Worker Hearing Loss
Did you know that within every industry sector, there are workers at risk for work-related hearing loss? Work-related hearing loss is common and preventable. Learn more about hearing loss within your industry and how to prevent it.
Is work-related hearing loss a major problem?
In the United States, hearing loss is the third most common chronic physical condition after high blood pressure and arthritis. It is more common than diabetes, vision trouble, or cancer. Not surprisingly, hearing loss is among the most common work-related illnesses. Over 11% of the working population has hearing difficulty, and nearly one out of four cases of worker hearing difficulty are caused by work-related exposures. These exposures include loud noise and chemicals causing damage to the inner ear (ototoxic chemicals). Ototoxic chemicals include organic solvents like trichloroethylene, heavy metals like mercury and lead, and asphyxiants like carbon monoxide.
Noise is considered loud and potentially harmful (hazardous) when it reaches 85 decibels or higher, or if a person has to raise his/her voice to speak with someone 3 feet away (arm’s length).
If you are listening to music or something else, keep the volume at a safe level and only listen in areas that are not noisy.
Which workers are at risk?
In the U.S. workplace:
- About 22 million workers (17%) are exposed to hazardous noise each year;
- About 10 million workers are exposed to solvents, which can damage hearing; and
- An unknown number of workers are exposed to other ototoxic chemicals that can damage hearing.
There are workers in every industry sector that are exposed to noise or chemicals that can damage hearing, or both.
Among all noise-exposed workers, 19% have hearing impairment. Hearing impairment is hearing loss that impacts day-to-day activities, such as making it difficult to understand speech. However, some industry sectors such as Mining and Construction have even higher percentages of workers with hearing impairment.
Learn more about worker hearing loss and noise exposure within your industry sector, including trends in hearing loss over time on the NIOSH Occupational Hearing Loss Surveillance topic page under NIOSH OHL Statistics.
Reduce exposure to chemicals that may damage your hearing by wearing gloves, long sleeves, eye protection, and as appropriate, other protective equipment.
Why is prevention important?
- Almost all work-related hearing loss is permanent, and it can have a profound impact on quality of life.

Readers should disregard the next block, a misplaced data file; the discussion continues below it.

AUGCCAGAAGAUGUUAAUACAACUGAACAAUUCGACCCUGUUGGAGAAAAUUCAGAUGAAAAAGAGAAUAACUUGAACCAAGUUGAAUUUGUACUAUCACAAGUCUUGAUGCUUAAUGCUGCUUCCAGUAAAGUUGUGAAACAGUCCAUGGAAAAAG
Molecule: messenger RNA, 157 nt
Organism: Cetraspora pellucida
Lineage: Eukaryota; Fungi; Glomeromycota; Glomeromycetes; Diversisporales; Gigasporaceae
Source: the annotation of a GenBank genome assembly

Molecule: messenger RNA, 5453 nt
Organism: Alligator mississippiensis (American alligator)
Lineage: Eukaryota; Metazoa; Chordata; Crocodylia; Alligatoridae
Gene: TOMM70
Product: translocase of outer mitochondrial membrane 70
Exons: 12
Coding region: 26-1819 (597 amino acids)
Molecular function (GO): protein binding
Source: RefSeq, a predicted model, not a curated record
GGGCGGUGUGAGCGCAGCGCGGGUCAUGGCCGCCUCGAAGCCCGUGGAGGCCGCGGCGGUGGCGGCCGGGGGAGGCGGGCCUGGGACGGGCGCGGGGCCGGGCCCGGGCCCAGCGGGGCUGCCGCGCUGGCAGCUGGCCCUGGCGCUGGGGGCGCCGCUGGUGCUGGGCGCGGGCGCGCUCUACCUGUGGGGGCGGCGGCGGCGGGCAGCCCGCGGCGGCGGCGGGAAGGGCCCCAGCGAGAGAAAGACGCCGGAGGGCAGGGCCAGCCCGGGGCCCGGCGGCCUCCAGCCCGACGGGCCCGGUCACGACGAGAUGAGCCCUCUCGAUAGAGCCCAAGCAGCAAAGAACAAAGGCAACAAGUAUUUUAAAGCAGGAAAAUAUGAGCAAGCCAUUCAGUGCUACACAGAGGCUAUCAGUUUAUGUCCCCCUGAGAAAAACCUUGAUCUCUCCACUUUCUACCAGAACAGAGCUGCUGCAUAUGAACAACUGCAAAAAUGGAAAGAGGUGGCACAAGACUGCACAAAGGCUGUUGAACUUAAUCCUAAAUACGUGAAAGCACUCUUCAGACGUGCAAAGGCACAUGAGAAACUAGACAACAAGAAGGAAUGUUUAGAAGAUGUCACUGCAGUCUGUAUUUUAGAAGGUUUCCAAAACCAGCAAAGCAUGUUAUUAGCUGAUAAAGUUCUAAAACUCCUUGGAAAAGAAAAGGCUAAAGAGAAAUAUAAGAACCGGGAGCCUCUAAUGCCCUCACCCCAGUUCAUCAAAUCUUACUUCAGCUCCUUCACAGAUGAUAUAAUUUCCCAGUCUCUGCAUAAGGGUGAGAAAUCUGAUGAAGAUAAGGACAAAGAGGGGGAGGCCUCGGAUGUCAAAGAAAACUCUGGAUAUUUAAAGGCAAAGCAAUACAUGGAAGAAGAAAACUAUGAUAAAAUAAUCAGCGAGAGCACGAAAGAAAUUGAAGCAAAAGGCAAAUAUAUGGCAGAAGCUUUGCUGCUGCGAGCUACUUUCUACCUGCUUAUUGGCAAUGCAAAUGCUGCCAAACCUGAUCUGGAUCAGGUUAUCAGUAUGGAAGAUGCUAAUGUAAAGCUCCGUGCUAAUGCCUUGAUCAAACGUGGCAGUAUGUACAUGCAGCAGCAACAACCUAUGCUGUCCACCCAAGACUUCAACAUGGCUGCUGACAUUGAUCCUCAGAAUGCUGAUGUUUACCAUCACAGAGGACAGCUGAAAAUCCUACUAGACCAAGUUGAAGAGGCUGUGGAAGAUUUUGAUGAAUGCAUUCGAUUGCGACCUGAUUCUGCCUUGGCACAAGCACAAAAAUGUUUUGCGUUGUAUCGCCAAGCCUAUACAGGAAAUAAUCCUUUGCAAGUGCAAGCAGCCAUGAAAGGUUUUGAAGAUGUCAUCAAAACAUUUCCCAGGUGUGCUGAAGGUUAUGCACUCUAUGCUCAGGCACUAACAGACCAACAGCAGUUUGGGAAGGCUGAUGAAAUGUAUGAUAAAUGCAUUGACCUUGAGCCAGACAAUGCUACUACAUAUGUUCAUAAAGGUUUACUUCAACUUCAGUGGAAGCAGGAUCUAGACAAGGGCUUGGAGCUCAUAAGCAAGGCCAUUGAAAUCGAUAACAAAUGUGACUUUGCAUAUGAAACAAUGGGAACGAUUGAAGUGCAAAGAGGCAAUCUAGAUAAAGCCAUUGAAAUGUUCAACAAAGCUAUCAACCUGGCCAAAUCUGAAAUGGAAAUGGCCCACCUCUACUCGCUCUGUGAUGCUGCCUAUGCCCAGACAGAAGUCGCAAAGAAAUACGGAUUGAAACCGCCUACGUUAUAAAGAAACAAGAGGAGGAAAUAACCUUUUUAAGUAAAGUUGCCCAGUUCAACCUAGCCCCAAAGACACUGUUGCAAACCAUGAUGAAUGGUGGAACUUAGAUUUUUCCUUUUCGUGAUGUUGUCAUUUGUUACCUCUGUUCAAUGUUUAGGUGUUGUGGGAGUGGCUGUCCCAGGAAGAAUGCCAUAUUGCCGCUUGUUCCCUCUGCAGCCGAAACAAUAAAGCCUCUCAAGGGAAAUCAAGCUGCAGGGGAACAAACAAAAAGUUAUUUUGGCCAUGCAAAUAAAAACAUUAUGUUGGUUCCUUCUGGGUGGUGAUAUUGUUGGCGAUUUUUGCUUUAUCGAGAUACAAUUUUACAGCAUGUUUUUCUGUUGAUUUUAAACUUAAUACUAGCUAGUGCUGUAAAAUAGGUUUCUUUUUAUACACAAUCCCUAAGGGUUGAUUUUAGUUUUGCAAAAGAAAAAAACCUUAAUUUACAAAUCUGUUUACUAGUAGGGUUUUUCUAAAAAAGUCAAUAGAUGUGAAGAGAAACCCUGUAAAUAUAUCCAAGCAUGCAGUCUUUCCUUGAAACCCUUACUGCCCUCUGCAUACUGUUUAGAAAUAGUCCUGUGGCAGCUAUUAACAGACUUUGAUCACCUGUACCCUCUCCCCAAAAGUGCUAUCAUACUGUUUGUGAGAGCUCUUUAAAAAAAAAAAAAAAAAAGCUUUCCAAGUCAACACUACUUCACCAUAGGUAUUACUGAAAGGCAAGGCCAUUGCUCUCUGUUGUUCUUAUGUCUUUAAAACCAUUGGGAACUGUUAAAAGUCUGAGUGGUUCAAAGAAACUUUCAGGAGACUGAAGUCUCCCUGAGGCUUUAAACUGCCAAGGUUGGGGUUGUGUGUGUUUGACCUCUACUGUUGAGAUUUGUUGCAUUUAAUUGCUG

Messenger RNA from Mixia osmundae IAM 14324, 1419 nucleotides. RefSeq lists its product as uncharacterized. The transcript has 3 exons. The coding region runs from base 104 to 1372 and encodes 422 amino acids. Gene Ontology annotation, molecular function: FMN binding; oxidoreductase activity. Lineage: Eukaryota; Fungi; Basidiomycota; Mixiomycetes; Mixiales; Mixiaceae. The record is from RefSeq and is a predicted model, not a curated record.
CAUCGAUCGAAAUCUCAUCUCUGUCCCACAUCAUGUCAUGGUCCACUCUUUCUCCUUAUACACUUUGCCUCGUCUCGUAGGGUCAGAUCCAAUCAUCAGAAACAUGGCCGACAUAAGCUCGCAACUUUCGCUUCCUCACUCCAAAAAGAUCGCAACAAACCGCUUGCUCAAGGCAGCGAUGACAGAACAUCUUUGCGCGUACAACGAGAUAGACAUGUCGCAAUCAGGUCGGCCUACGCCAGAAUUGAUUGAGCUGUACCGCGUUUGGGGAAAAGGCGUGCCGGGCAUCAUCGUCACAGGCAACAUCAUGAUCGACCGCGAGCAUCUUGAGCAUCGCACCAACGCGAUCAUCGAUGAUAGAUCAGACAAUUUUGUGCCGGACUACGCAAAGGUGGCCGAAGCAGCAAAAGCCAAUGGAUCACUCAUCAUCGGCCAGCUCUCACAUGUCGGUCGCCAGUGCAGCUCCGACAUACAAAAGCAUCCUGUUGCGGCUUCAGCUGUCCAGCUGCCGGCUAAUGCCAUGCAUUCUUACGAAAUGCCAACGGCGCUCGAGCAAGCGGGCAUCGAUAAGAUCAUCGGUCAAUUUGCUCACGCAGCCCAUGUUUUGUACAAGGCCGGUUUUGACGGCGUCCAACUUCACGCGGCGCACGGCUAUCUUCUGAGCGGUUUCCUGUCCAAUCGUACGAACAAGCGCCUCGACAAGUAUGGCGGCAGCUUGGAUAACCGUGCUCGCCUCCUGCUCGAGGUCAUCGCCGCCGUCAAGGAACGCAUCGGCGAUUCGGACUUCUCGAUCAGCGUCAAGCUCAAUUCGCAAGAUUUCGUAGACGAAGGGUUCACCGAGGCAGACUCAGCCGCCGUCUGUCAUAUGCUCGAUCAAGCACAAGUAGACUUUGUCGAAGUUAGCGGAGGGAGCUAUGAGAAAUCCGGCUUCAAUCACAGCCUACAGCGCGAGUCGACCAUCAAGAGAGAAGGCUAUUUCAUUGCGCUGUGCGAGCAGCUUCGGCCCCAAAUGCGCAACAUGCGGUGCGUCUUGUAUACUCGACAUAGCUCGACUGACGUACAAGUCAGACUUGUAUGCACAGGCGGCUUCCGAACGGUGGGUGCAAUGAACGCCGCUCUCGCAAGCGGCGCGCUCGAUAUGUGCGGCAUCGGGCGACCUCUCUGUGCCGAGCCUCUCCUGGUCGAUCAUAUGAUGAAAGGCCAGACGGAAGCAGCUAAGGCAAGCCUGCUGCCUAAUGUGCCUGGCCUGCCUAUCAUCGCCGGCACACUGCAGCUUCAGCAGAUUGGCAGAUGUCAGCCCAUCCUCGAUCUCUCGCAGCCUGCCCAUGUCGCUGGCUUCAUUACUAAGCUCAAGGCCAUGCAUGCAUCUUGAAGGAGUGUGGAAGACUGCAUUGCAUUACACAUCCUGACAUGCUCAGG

- As hearing loss worsens, hearing and understanding others becomes increasingly more difficult, which can lead to isolation.
- Hearing loss is associated with cognitive (mental) decline and heart problems, such as high blood pressure and heart disease.
- Hearing loss is also strongly associated with depression.
- Ringing in the ears (tinnitus), which often occurs along with hearing loss, can disrupt sleep and concentration and is associated with both depression and anxiety.
- Safety can also be impacted at home and on the job.
- Income is typically lower among hearing-impaired workers than among workers with normal hearing.
- There are other effects, such as loss of enjoyment, when all of the sounds we want to hear (e.g., music, voice of loved one) become muted and lack quality.
Fortunately, with today’s hearing loss prevention strategies and technologies, work-related hearing loss can be entirely prevented.
What can workers do to prevent work-related hearing loss?
- Find out if the noise in your workspace is hazardous.
- If you have to raise your voice to speak with someone at arm’s length, then the noise is likely at a hazardous level. Or check the noise level using a sound level meter app on your phone, such as the NIOSH Sound Level Meter app.
- Reduce your noise exposure:
- Reduce noise at the source of the noise. Use quieter equipment and keep equipment well maintained and lubricated.
- Enclose the source of the noise or place a barrier between you and the source.
- Increase the distance between you and the source of the noise.
- Reduce your time in noisy areas.
- Always wear hearing protection in noisy areas, and if using foam plugs, insert them correctly.
- If you are listening to music or something else, keep the volume at a safe level and only listen in areas that are not noisy.
- Reduce or stop exposure to chemicals that may damage your hearing:
- Use a less-toxic or non-toxic chemical.
- Wear gloves, long sleeves and eye protection.
- Wear a respirator or other protective equipment, as appropriate.
- Read and follow all chemical safety instructions.
- Learn more about hearing loss prevention here.
- Page last reviewed: July 11, 2017
- Page last updated: July 11, 2017
- Content source:
- National Institute for Occupational Safety and Health
- Page maintained by: Office of the Associate Director for Communication, Digital Media Branch, Division of Public Affairs